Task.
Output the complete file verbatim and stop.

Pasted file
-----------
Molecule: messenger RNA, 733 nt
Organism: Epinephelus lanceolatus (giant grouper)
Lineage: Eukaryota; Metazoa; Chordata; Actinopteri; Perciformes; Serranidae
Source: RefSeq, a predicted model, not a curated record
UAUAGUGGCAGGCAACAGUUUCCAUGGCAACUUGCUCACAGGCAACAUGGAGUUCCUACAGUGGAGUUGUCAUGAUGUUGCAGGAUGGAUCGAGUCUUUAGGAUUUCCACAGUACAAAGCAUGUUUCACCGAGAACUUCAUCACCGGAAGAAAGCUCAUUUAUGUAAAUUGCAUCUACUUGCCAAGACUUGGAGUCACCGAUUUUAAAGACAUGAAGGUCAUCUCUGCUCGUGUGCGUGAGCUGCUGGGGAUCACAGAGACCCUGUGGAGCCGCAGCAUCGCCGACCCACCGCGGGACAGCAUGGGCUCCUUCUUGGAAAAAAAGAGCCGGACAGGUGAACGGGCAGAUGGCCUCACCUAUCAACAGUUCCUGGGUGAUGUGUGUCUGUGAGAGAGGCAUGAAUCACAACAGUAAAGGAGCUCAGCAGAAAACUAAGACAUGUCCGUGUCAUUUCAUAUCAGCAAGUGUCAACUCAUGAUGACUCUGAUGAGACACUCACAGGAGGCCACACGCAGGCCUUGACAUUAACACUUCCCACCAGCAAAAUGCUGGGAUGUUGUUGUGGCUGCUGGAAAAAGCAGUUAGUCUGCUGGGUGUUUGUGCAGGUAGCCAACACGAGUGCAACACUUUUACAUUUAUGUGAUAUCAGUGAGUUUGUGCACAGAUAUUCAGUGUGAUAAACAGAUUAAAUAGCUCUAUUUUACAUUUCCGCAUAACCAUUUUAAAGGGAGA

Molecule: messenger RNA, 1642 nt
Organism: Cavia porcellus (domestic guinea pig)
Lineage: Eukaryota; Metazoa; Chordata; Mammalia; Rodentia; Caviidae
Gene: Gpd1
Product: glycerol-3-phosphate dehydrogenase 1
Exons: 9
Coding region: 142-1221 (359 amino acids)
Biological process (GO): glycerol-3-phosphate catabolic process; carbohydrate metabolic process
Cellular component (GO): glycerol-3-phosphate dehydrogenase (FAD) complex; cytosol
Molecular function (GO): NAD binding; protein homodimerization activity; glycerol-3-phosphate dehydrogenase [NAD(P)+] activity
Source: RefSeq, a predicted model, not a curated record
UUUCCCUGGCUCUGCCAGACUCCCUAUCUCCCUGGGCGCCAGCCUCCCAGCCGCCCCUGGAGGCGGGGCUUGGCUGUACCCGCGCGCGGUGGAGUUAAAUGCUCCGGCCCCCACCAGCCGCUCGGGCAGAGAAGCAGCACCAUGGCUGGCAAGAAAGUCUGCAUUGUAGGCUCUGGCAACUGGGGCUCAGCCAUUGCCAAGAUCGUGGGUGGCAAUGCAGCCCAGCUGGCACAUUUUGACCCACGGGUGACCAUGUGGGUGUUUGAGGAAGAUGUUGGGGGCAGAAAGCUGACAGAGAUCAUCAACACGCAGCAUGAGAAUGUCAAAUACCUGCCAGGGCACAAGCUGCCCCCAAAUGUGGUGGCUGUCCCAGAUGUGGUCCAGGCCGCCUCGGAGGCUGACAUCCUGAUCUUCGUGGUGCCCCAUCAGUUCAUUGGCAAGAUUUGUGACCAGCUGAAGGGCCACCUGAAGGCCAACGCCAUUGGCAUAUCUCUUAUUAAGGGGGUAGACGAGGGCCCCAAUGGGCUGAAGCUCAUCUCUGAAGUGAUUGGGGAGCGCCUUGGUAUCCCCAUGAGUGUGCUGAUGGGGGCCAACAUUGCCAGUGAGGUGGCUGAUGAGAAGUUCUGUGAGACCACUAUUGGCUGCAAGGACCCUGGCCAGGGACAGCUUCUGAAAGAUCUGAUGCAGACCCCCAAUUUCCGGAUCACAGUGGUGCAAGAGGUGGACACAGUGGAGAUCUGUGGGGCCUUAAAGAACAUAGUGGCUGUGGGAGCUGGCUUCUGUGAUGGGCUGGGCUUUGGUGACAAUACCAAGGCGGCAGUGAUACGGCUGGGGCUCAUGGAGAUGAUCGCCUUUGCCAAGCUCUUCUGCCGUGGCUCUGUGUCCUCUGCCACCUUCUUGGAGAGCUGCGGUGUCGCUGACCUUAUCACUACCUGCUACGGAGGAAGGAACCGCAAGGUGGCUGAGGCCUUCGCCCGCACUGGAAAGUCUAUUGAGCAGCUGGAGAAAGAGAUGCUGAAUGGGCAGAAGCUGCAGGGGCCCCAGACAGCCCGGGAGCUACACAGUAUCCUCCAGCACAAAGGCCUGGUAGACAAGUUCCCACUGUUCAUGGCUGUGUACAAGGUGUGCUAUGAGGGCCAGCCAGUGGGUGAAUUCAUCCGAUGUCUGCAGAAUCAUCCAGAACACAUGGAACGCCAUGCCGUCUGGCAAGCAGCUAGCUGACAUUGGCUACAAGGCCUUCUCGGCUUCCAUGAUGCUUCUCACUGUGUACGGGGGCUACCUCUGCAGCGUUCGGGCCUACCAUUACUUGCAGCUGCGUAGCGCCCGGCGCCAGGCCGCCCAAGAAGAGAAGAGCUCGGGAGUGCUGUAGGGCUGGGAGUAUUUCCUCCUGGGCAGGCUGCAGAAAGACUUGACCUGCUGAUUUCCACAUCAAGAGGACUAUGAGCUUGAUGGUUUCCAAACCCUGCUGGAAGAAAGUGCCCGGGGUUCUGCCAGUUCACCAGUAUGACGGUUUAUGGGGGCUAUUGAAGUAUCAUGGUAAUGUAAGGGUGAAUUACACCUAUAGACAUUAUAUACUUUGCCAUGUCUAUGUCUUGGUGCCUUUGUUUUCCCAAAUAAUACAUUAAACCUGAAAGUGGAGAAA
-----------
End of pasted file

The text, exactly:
Molecule: messenger RNA, 733 nt
Organism: Epinephelus lanceolatus (giant grouper)
Lineage: Eukaryota; Metazoa; Chordata; Actinopteri; Perciformes; Serranidae
Source: RefSeq, a predicted model, not a curated record
UAUAGUGGCAGGCAACAGUUUCCAUGGCAACUUGCUCACAGGCAACAUGGAGUUCCUACAGUGGAGUUGUCAUGAUGUUGCAGGAUGGAUCGAGUCUUUAGGAUUUCCACAGUACAAAGCAUGUUUCACCGAGAACUUCAUCACCGGAAGAAAGCUCAUUUAUGUAAAUUGCAUCUACUUGCCAAGACUUGGAGUCACCGAUUUUAAAGACAUGAAGGUCAUCUCUGCUCGUGUGCGUGAGCUGCUGGGGAUCACAGAGACCCUGUGGAGCCGCAGCAUCGCCGACCCACCGCGGGACAGCAUGGGCUCCUUCUUGGAAAAAAAGAGCCGGACAGGUGAACGGGCAGAUGGCCUCACCUAUCAACAGUUCCUGGGUGAUGUGUGUCUGUGAGAGAGGCAUGAAUCACAACAGUAAAGGAGCUCAGCAGAAAACUAAGACAUGUCCGUGUCAUUUCAUAUCAGCAAGUGUCAACUCAUGAUGACUCUGAUGAGACACUCACAGGAGGCCACACGCAGGCCUUGACAUUAACACUUCCCACCAGCAAAAUGCUGGGAUGUUGUUGUGGCUGCUGGAAAAAGCAGUUAGUCUGCUGGGUGUUUGUGCAGGUAGCCAACACGAGUGCAACACUUUUACAUUUAUGUGAUAUCAGUGAGUUUGUGCACAGAUAUUCAGUGUGAUAAACAGAUUAAAUAGCUCUAUUUUACAUUUCCGCAUAACCAUUUUAAAGGGAGA

Molecule: messenger RNA, 1642 nt
Organism: Cavia porcellus (domestic guinea pig)
Lineage: Eukaryota; Metazoa; Chordata; Mammalia; Rodentia; Caviidae
Gene: Gpd1
Product: glycerol-3-phosphate dehydrogenase 1
Exons: 9
Coding region: 142-1221 (359 amino acids)
Biological process (GO): glycerol-3-phosphate catabolic process; carbohydrate metabolic process
Cellular component (GO): glycerol-3-phosphate dehydrogenase (FAD) complex; cytosol
Molecular function (GO): NAD binding; protein homodimerization activity; glycerol-3-phosphate dehydrogenase [NAD(P)+] activity
Source: RefSeq, a predicted model, not a curated record
UUUCCCUGGCUCUGCCAGACUCCCUAUCUCCCUGGGCGCCAGCCUCCCAGCCGCCCCUGGAGGCGGGGCUUGGCUGUACCCGCGCGCGGUGGAGUUAAAUGCUCCGGCCCCCACCAGCCGCUCGGGCAGAGAAGCAGCACCAUGGCUGGCAAGAAAGUCUGCAUUGUAGGCUCUGGCAACUGGGGCUCAGCCAUUGCCAAGAUCGUGGGUGGCAAUGCAGCCCAGCUGGCACAUUUUGACCCACGGGUGACCAUGUGGGUGUUUGAGGAAGAUGUUGGGGGCAGAAAGCUGACAGAGAUCAUCAACACGCAGCAUGAGAAUGUCAAAUACCUGCCAGGGCACAAGCUGCCCCCAAAUGUGGUGGCUGUCCCAGAUGUGGUCCAGGCCGCCUCGGAGGCUGACAUCCUGAUCUUCGUGGUGCCCCAUCAGUUCAUUGGCAAGAUUUGUGACCAGCUGAAGGGCCACCUGAAGGCCAACGCCAUUGGCAUAUCUCUUAUUAAGGGGGUAGACGAGGGCCCCAAUGGGCUGAAGCUCAUCUCUGAAGUGAUUGGGGAGCGCCUUGGUAUCCCCAUGAGUGUGCUGAUGGGGGCCAACAUUGCCAGUGAGGUGGCUGAUGAGAAGUUCUGUGAGACCACUAUUGGCUGCAAGGACCCUGGCCAGGGACAGCUUCUGAAAGAUCUGAUGCAGACCCCCAAUUUCCGGAUCACAGUGGUGCAAGAGGUGGACACAGUGGAGAUCUGUGGGGCCUUAAAGAACAUAGUGGCUGUGGGAGCUGGCUUCUGUGAUGGGCUGGGCUUUGGUGACAAUACCAAGGCGGCAGUGAUACGGCUGGGGCUCAUGGAGAUGAUCGCCUUUGCCAAGCUCUUCUGCCGUGGCUCUGUGUCCUCUGCCACCUUCUUGGAGAGCUGCGGUGUCGCUGACCUUAUCACUACCUGCUACGGAGGAAGGAACCGCAAGGUGGCUGAGGCCUUCGCCCGCACUGGAAAGUCUAUUGAGCAGCUGGAGAAAGAGAUGCUGAAUGGGCAGAAGCUGCAGGGGCCCCAGACAGCCCGGGAGCUACACAGUAUCCUCCAGCACAAAGGCCUGGUAGACAAGUUCCCACUGUUCAUGGCUGUGUACAAGGUGUGCUAUGAGGGCCAGCCAGUGGGUGAAUUCAUCCGAUGUCUGCAGAAUCAUCCAGAACACAUGGAACGCCAUGCCGUCUGGCAAGCAGCUAGCUGACAUUGGCUACAAGGCCUUCUCGGCUUCCAUGAUGCUUCUCACUGUGUACGGGGGCUACCUCUGCAGCGUUCGGGCCUACCAUUACUUGCAGCUGCGUAGCGCCCGGCGCCAGGCCGCCCAAGAAGAGAAGAGCUCGGGAGUGCUGUAGGGCUGGGAGUAUUUCCUCCUGGGCAGGCUGCAGAAAGACUUGACCUGCUGAUUUCCACAUCAAGAGGACUAUGAGCUUGAUGGUUUCCAAACCCUGCUGGAAGAAAGUGCCCGGGGUUCUGCCAGUUCACCAGUAUGACGGUUUAUGGGGGCUAUUGAAGUAUCAUGGUAAUGUAAGGGUGAAUUACACCUAUAGACAUUAUAUACUUUGCCAUGUCUAUGUCUUGGUGCCUUUGUUUUCCCAAAUAAUACAUUAAACCUGAAAGUGGAGAAA